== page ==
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If there is an Javascript object:

var objects={...};

Suppose, it has more than 50 properties, without knowing the property names (that's without knowing the 'keys') how to get each property value in a loop?

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9 Answers 9

up vote 84 down vote accepted

By using a simple for..in loop:

for(var key in objects) {
    var value = objects[key];
}
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23  
Be careful about the properties of the prototype object being inherited. See: hasOwnProperty() –  olive Sep 21 '13 at 11:18

You can loop through the keys:

foo = {one:1, two:2, three:3};
for (key in foo){
    console.log("foo["+ key +"]="+ foo[key]);
}

will output:

foo[one]=1
foo[two]=2
foo[three]=3
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You also need to check `hasOwnProperty()' if you want to avoid inherited attributes. –  0xc0de Sep 26 '13 at 12:05

in ECMAScript5 use

 keys = Object.keys(object);

Otherwise if you're browser does not support it, use the well-known for..in loop

for (key in object) {
    // your code here
}
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7  
The question was asking for the values, not the keys. –  zachelrath Oct 12 '12 at 19:19
    
@zachelrath You're right. - But this script is useful if you want to get the values because when you know the keys you are able to use object[key] to get the values in a loop. –  fridojet Nov 14 '12 at 15:07
    
@fridojet But that can be done with for..in (and hasOwnProperty) so it doesn't really gain anything .. I wish that ECMAScript 5th defined Object.pairs (and Object.items for [[key, value], ..]), but alas, it does not. –  user2246674 May 17 '13 at 6:01

Here's a reusable function for getting the values into an array. It takes prototypes into account too.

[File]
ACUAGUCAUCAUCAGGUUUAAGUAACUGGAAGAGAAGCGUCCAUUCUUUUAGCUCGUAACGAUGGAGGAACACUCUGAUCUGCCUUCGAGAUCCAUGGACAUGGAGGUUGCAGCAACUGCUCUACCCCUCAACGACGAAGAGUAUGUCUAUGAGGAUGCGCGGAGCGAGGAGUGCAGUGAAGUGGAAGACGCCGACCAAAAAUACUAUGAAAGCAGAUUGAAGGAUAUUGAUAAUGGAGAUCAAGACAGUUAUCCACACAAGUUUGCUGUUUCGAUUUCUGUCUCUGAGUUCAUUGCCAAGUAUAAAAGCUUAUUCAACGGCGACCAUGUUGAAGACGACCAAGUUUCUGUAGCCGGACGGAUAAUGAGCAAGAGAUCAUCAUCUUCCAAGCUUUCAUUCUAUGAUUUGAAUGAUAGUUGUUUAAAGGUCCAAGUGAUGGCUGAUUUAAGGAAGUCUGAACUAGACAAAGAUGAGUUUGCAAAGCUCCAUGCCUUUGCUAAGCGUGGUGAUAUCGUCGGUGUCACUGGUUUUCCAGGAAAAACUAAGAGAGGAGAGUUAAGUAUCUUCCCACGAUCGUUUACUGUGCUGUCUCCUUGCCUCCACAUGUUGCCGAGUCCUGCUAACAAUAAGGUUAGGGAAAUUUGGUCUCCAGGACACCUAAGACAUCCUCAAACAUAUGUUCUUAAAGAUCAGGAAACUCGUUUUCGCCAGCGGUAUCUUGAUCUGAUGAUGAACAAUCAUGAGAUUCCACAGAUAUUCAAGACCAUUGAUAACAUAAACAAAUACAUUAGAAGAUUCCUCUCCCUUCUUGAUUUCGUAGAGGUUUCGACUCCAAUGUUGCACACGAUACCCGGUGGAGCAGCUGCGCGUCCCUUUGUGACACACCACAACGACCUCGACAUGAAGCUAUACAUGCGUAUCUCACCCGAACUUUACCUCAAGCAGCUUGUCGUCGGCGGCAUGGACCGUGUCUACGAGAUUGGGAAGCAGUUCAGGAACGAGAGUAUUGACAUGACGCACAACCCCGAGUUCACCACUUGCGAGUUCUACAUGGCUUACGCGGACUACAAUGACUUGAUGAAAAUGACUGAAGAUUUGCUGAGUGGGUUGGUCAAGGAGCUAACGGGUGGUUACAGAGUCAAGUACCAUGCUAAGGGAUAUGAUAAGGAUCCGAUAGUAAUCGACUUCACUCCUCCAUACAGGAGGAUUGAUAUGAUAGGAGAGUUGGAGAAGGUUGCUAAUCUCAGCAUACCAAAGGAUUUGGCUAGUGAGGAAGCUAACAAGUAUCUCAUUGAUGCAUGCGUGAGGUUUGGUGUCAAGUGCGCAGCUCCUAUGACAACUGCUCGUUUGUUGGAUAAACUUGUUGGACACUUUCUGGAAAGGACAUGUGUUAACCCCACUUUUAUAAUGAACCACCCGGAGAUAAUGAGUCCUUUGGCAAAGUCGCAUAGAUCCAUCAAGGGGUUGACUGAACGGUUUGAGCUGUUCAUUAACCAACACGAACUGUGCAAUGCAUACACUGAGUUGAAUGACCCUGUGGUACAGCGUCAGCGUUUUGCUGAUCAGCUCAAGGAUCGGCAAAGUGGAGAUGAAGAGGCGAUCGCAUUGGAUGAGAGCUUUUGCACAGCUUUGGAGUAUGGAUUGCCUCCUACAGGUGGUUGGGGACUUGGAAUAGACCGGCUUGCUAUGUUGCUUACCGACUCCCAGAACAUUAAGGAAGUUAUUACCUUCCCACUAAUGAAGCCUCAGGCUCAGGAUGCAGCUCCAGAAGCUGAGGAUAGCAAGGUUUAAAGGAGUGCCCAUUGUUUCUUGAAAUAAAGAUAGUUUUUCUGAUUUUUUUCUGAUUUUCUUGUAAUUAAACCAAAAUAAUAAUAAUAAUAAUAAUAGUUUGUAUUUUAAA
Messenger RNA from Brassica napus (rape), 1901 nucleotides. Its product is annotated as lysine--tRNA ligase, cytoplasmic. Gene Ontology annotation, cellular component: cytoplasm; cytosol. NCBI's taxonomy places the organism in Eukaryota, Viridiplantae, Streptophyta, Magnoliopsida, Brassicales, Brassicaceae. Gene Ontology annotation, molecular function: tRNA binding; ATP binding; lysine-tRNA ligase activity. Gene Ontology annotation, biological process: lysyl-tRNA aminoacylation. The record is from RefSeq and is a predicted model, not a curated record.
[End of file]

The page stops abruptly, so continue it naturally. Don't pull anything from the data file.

Object.values = function (obj) {
    var vals = [];
    for( var key in obj ) {
        if ( obj.hasOwnProperty(key) ) {
            vals.push(obj[key]);
        }
    }
    return vals;
}
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Good one, though modifying Object is not good style –  philk May 14 '13 at 16:23
9  
Modifying Object isn't much of a problem (Object.keys is a common shim), you are probably thinking of modifying the Object prototype. –  sandstrom May 21 '13 at 8:13
    
Why would you need to test with hasOwnProperty()? How would the key be iterated over within the loop of that object hasn't got the property? –  thomas 2 days ago

ECMA 5+

You can use these methods in any browser that supports ECMA 5 and above. These get values from an object and avoid enumerating over the prototype chain. Where obj is your object:

var keys = Object.keys(obj);

for (var i = 0; i < keys.length; i++) {
    var val = obj[keys[i]];
    // use val
}

or

for (key in obj) {
    if (obj.hasOwnProperty(key)) {
        var val = obj[key];
        // use val
    }
}

If you want something a little more compact or you want to be careful with functions in loops, then Array.prototype.forEach is your friend:

Object.keys(obj).forEach(function (key) {
    var val = obj[key];
    // use val
});

The next method builds an array containing the values of an object. This is convenient for looping over.

var vals = Object.keys(obj).map(function (key) {
    return obj[key];
});

// use vals array

If you want to make those using Object.keys safe against null (as for-in is), then you can do Object.keys(obj || {})....

ECMA 6+

Arrays will become easier to iterate with ECMA 6. You can use this to your advantage when working with values one-by–one in a loop:

for (let key of Object.keys(obj)) {
    let val = obj[key];
    // use val
}

ECMA 6 will come with a standard module called @dict with a helper function to yield values from an object:

import values from '@dict';

for (let val of values(obj)) {
    // use val
}

The values function returns an iterator (and not a plain old array), but it can be coerced neatly to an array using the ES6 Array.from function. If you want an array of values from an object, then you can use:

import values from '@dict';

var vals = Array.from(values(obj));

// use vals array

I find this form wonderfully readable.

If you want to get really fancy, then you can instead use the ES6 spread operator to fill an array literal with values: